- You make a difference in my life
- I am curious what you think
- How did you do that?
- Your ideas are interesting
- You’ve made me think of things in a completely new way
- I’m excited to see what you do
- Thanks for helping me
- Thank you for contributing to our family
- I enjoy your company
- It’s fun to do things with you
- I’m glad you’re here
- I’m happy to talk with you
- I’m ready to listen
- I’m listening
- I’m proud of you
- I’m grateful you’re in my life
- You make me smile
- I love you
Encouraging Children with Words
Research has show that the kind of praise we give to our children can ultimately influence them and motivate them later in life. Therefore, when we utter these words of encouragement to our children, we want to focus on the effort rather than their talent.
Recognize their effort.
The best thing you can do is show them encouragement when they try their best. It doesn’t matter if their abilities are top-notch or above others; they are looking for encouragement at that moment as they put their effort into the task at hand.
Choosing specific phrases to use can also help encourage them.
Don’t generalize your words of encouragement too much. Be specific to what they are working to accomplish. If they are painting a picture, for example, focus on the different colors they have chosen rather than just saying good job.
The praise you offer your children should also be sincere and honest. If the praise you are offering doesn’t feel sincere, then they will likely not feel encouraged at all. The praise is ultimately discounted and can lead to a child to practice self-criticism.
Avoid controlling or conditional praise
When you use praise and encouragement to control your child, they think your approval and positivity depends solely on performance and great results. We will always make mistakes and have stumbles as part of learning and growth. If a child believes they’ll be rejected if they make mistakes it leads to low self worth, perfectionist tendencies and a life-long feeling of ‘never enough’.
You also want to avoid comparison praise because instead of motivating them to work harder, it can end up backfiring. When comparing your child to others and praising them by comparison, they become vulnerable to setbacks they may experience in the future. They learn to compare themselves to others and when they fail, instead of looking towards their own strengths and how to build on those, they look at how they’re ‘worse’ than someone else. This makes it easier to become frustrated and feel helpless while losing their motivation.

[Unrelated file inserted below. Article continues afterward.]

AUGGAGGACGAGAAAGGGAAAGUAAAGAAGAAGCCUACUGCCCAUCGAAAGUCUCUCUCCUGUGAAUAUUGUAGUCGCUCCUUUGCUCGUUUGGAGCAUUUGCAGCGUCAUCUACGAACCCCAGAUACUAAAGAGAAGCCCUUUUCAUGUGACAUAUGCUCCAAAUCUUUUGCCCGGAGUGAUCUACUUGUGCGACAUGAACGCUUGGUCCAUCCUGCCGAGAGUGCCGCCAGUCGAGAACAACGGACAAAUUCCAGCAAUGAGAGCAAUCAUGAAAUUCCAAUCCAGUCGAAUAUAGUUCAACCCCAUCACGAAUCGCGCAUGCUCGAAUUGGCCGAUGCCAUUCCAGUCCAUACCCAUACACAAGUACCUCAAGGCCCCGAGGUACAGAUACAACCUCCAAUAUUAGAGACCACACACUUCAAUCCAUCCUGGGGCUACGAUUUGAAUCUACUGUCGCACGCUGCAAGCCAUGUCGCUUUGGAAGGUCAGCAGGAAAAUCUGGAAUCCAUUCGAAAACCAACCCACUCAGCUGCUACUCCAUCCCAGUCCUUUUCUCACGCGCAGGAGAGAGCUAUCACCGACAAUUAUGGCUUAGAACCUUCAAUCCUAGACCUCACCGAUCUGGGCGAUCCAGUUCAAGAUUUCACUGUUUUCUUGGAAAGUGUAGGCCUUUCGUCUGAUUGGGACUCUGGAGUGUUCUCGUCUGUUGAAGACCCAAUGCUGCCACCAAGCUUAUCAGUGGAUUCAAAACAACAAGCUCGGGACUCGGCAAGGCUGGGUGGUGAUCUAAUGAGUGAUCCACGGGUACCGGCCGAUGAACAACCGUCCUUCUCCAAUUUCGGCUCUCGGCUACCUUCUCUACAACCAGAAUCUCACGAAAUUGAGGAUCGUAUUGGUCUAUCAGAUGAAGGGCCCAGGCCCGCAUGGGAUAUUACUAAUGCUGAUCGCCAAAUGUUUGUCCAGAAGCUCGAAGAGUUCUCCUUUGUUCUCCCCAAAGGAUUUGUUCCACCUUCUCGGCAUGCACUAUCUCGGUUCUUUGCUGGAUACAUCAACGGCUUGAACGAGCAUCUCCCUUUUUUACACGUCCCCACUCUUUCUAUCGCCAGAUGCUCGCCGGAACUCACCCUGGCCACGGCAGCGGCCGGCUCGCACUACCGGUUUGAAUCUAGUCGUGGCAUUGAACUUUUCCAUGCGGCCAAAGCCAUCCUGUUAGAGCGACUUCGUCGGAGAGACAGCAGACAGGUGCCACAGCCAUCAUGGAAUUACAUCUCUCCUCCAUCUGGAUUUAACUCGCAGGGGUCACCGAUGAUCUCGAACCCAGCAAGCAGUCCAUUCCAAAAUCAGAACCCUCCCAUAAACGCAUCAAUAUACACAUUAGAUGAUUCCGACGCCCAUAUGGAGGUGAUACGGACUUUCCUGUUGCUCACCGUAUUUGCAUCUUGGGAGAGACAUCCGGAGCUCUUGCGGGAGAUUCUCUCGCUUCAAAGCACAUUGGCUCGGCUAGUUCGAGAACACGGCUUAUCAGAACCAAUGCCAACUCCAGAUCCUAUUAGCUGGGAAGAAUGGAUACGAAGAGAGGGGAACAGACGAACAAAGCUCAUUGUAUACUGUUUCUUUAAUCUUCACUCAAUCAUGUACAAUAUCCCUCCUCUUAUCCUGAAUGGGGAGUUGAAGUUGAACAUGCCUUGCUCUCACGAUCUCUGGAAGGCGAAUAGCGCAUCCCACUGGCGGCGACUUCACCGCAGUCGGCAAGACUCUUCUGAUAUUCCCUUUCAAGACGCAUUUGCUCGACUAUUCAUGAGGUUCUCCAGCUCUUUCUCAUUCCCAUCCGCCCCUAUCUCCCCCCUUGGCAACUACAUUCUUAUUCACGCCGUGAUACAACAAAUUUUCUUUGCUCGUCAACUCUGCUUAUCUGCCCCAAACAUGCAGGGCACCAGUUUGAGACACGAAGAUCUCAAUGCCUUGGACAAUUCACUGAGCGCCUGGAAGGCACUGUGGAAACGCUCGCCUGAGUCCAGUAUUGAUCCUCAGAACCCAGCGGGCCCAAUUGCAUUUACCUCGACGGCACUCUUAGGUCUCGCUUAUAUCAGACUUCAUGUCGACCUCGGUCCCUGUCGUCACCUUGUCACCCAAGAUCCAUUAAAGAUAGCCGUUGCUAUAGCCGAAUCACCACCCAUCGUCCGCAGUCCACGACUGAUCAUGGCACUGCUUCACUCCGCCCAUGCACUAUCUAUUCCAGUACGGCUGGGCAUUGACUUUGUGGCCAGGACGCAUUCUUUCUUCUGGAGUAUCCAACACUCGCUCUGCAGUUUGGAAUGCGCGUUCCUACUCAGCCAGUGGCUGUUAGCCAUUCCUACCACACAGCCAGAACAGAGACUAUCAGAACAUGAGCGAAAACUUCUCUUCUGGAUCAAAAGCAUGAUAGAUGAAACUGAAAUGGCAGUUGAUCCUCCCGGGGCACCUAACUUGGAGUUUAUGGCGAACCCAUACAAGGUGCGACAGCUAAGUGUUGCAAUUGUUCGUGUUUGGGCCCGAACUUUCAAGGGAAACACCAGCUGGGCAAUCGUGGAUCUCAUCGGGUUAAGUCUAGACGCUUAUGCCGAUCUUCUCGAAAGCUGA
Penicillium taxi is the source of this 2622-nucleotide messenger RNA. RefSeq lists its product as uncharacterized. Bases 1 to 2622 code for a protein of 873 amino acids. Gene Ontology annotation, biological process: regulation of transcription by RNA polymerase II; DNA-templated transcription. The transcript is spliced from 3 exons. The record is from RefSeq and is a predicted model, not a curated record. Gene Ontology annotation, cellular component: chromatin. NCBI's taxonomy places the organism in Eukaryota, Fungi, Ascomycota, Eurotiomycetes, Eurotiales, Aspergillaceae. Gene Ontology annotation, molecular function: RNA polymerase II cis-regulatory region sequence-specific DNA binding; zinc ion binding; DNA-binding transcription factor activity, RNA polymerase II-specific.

The Benefits of Encouragement
When we encourage our children with our positive words and affirmations, we are boosting their self-esteem, helping them learn to believe in themselves, assisting in developing their imagination and creativity, and also motivating them to continue to keep trying and keep learning.
Sometimes the positive phrases might sound hokey, or when you say them over and over, you might wonder if they’re losing power, but here’s how I think about that: I hope that repetition means that some of them stick.
Years from now, when my children face a difficult job interview, a challenging conversation with their spouse or a day that seems like all of the ends are unraveling, my hope is that they’ll remember hearing me encouraging them, and their internal voice will say, “I have faith in you. I’m sure you can handle it. You are loved.”
You may also like:
- Being More Present – 100 Ways to be Kind to your Child
- Increasing Resilience – The One Question to Ask Before Helping Your Kids
- Connecting with Kids – Best Family Board Games
- Believing You Are Enough – Banishing the Should Mama
- De Montfort University Leicester (2019, October 11). Research shows praising children five times a day has a positive impact. Retrieved from https://www.dmu.ac.uk.
- National Scientific Council on the Developing Child (2018). Understanding Motivation: Building the Brain Architecture That Supports Learning, Health, and Community Participation Working Paper No. 14. Retrieved from www.developingchild.harvard.edu.
64 Positive Things to Say to Kids